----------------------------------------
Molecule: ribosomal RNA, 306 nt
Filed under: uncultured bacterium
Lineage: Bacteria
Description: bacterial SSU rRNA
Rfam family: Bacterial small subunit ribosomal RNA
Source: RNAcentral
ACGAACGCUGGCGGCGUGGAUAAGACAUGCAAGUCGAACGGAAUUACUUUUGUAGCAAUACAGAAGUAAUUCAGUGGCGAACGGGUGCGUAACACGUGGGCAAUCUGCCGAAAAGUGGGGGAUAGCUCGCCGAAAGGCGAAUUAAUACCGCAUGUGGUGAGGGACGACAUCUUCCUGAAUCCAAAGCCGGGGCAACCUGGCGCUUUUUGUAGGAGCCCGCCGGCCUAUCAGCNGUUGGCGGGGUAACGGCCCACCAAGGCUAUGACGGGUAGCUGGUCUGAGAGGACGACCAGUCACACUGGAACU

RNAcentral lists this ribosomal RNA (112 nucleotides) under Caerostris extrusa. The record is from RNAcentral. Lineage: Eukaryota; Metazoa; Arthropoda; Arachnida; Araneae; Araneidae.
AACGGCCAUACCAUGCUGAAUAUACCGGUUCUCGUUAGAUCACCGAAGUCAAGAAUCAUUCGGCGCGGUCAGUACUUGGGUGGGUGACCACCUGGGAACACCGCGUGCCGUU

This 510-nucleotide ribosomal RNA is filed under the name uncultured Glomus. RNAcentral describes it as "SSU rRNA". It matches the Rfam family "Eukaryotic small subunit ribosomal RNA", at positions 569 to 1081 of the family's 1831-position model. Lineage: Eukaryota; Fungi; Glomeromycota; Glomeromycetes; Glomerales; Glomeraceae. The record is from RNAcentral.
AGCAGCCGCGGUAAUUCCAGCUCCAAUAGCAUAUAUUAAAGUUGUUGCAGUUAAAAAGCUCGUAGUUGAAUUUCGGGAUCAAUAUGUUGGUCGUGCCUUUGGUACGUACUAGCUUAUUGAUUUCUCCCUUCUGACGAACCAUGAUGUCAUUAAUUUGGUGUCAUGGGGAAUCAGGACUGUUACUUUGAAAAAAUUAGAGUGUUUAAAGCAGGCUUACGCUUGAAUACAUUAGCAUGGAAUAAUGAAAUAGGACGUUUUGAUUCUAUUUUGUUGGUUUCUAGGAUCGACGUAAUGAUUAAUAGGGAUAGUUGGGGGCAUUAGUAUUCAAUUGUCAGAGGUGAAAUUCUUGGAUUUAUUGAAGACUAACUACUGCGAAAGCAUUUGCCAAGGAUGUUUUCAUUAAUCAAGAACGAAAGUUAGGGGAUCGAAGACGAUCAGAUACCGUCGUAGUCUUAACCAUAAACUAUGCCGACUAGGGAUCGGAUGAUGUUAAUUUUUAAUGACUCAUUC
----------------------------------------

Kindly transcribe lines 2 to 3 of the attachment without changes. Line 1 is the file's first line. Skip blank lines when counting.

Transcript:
Filed under: uncultured bacterium
Lineage: Bacteria